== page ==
Scant sporting calendar slows Pennsylvania’s April sportsbook revenues

Image source: Shutterstock

The current downturn in US sports betting activity has been felt by sportsbooks in Pennsylvania during April, slowing to its lowest level since September 2020. The drop comes as little surprise with a sports calendar lacking NFL action or a major betting holiday such as the NCAA Tournament, according to PlayPennsylvania

For the state’s online casinos and poker, however, it was business as usual as they continued their year-long surge.

Pennsylvania’s online and retail sportsbooks accepted $479.4m in wagers in April, halting a streak of four consecutive months above $500m in wagers. April’s volume was down 14.4% from $560.3m in March and the lowest since sportsbooks generated $462.8m in September. 

That said, handle was up dramatically over the $46m in bets taken in April 2020, the first full month sportsbooks were affected by pandemic-related shutdowns and the statistical low.

Dustin Gouker, analyst for, explained: “Sports betting is following normal seasonal patterns seen in almost every legal jurisdiction, so it might be until September that the state’s sportsbooks begin to challenge the state record books again. 

“With the Olympics and the NBA Playoffs later than usual this year, this will still be a summer that is better than a typical year. And that could be especially so if Sixers make a deep run into July.”

Sportsbooks won $36m in gross gaming revenue of April’s wagering, up 1,025.1% from $3.2m in April 2020 though down 13.9% from $41m in March. April’s receipts produced $26.3m in taxable revenue, yielding $8.9m in state taxes and $525,930 in local share assessment.

Local interest in the playoff runs of the Philadelphia 76ers and Pittsburgh Penguins, coupled with the start of the Philadelphia Phillies and Pittsburgh Pirates seasons, actually helped shallow the seasonal lull for Pennsylvania. 

Colorado (-18%), Indiana (-25.4%), Iowa (-26.7%), and Michigan (-30.5%) all experienced more dramatic month-over-month declines in April, while New Jersey (-13%) and Tennessee (-13.6%) were slightly better. 

Valerie Cross, analyst for, added: “Local teams performing well, such as the Sixers and Penguins, are always a powerful incentive for bettors in any state. In the case of Pennsylvania, it was a key difference between meeting expectations and falling short in April.”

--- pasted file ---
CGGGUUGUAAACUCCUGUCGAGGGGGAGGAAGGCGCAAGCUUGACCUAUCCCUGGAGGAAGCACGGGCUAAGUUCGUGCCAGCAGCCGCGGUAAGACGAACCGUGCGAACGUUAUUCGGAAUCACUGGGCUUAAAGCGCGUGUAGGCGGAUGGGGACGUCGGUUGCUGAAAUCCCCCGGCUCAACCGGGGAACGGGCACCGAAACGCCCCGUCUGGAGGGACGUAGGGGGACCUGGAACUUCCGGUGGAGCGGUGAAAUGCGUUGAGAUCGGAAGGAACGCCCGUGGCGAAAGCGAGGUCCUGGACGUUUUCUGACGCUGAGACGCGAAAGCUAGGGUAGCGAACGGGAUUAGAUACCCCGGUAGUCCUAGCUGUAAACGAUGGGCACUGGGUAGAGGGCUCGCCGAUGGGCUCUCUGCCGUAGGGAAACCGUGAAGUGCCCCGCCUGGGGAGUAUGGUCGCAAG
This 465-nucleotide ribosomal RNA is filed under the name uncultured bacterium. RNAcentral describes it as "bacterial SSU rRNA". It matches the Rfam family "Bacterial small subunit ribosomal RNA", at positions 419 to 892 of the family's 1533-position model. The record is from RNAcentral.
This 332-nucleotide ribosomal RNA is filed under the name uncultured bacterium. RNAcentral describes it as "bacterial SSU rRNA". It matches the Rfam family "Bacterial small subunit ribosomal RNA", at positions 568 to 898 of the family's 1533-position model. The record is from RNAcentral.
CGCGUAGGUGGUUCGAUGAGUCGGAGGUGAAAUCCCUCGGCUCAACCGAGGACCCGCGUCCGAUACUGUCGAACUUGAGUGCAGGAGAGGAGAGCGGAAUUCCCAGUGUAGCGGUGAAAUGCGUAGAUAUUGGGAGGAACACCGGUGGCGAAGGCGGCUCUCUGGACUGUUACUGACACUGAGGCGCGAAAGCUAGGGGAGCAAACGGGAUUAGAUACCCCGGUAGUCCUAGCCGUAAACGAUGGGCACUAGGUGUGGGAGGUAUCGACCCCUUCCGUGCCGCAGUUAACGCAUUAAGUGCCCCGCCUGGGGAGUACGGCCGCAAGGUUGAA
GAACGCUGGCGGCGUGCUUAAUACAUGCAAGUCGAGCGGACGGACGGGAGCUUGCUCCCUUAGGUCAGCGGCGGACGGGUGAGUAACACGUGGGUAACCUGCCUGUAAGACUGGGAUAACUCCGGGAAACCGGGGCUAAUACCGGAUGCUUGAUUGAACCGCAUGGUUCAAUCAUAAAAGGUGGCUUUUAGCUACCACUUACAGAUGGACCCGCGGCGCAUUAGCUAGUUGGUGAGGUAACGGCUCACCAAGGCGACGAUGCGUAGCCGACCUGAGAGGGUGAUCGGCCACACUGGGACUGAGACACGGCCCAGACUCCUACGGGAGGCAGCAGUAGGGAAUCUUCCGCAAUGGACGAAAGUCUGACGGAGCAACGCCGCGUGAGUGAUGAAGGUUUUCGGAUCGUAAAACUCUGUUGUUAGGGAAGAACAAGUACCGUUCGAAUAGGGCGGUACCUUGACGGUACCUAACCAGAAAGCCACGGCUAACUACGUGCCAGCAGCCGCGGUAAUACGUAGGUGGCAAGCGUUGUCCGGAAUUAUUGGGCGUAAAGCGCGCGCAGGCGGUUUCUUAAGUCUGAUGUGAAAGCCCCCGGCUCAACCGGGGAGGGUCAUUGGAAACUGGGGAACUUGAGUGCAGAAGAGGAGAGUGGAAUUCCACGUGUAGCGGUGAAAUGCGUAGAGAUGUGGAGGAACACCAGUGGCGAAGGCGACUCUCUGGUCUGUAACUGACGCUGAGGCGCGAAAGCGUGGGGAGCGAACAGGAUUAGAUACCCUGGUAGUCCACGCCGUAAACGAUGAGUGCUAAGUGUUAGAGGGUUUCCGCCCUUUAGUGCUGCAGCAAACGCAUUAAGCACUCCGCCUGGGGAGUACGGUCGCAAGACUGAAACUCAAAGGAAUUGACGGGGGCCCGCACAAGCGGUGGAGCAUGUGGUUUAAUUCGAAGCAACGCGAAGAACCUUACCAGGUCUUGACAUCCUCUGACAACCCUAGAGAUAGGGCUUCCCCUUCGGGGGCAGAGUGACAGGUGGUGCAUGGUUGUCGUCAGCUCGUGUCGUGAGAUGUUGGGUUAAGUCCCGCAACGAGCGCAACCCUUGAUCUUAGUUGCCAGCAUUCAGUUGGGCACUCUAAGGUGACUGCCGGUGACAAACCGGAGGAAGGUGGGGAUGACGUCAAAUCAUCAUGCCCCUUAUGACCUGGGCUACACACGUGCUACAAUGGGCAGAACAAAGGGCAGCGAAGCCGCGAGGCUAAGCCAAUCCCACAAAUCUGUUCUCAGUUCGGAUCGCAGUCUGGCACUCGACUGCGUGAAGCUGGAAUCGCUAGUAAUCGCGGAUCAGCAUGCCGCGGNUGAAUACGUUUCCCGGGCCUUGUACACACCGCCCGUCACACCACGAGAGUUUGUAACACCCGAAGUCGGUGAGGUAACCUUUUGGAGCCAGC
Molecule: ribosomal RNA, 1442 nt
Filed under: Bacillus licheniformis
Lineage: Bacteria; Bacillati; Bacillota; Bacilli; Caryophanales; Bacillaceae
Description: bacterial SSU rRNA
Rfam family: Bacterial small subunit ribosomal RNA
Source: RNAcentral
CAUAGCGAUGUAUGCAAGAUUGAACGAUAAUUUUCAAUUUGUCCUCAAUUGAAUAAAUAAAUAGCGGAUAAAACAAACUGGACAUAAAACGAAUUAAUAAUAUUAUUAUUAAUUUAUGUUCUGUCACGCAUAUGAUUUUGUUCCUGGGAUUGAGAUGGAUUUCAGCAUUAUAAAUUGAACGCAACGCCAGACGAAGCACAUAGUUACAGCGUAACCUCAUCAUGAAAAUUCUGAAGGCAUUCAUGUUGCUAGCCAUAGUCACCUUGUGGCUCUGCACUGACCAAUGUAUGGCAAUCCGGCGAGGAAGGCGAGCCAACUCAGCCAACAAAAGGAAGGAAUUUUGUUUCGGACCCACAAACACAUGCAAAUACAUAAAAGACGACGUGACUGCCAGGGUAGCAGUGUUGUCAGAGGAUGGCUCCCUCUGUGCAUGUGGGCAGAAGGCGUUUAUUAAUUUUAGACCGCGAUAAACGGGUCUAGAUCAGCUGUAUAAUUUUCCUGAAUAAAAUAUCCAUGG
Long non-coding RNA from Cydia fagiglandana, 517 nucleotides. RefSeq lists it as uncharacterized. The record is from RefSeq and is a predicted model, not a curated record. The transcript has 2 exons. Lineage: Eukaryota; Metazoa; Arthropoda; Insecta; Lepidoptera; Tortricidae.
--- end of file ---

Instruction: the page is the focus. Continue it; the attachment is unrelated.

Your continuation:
Online sports betting accounted for $439.1m of April’s handle, or 91.6%, down from 91.8% in March. FanDuel/Valley Forge led online operators again with $167.6m in online wagering, down from $202.8m in March. Those bets led to $13.75m in gross revenue, up slightly from $13.72m in March, and $11.1m in taxable revenue. 

DraftKings/The Meadows was a distant second with $105.7m in bets, down from $116.6m in February. That action created $6.4m in gross revenue, down from $7.7m in March, and $5.4m in taxable revenue.

Handle from the Barstool-branded Penn National/Hollywood Casino app fell to $57.2m in April, down from $65.2m in March and the third consecutive monthly decline. Those bets yielded $2.6m in gross revenue, down from $6.2m in March. 

Meanwhile, as restrictions on brick-and-mortar casinos loosened, including the return of drink service on April 4, retail sportsbooks generated $40.3m in handle in April. That was down from $45.9m in March. April’s action produced $4.8m in gross revenue, while Rivers-Philadelphia topped the retail market with $7.7m in bets, just ahead of Parx Casino’s $5.3m.

The entirety of the state’s gross gaming revenue — including online and retail sports betting and online and retail casinos — reached $404.1m in April, the second consecutive month of total gaming revenue surpassed $400m.

“Retail betting, whether casino games or sports betting, continues to inch toward normal, while the gains in online revenues made over the last year continue to hold,” Cross said. “That has created an overall gaming market that easily surpasses pre-pandemic level, even if retail betting is not quite where it was.”

With $105.5m in gross revenue and $92.7m in taxable revenue in April, Pennsylvania’s online and retail sports showed more dramatic year-over-year growth. Taxable was up 115.2% from $43.1m in April 2020 even as it fell short of the record $97.7m set in March.

Online casino wagering hit $3.2bn in April, up 128.6% from $1.4bn in April 2020. And with new operators coming online, including BetMGM/Hollywood Casino earlier this year and late-April’s online launch of Borgata/Rivers Philadelphia, that growth shows few signs of stopping.

“Online casinos continue to thrive, even as retail casinos operate under few restraints and competition among online operators heats up,” Cross said. “New operators joining the mix shows there is still a belief that the online casino market in Pennsylvania has not yet reached its peak.”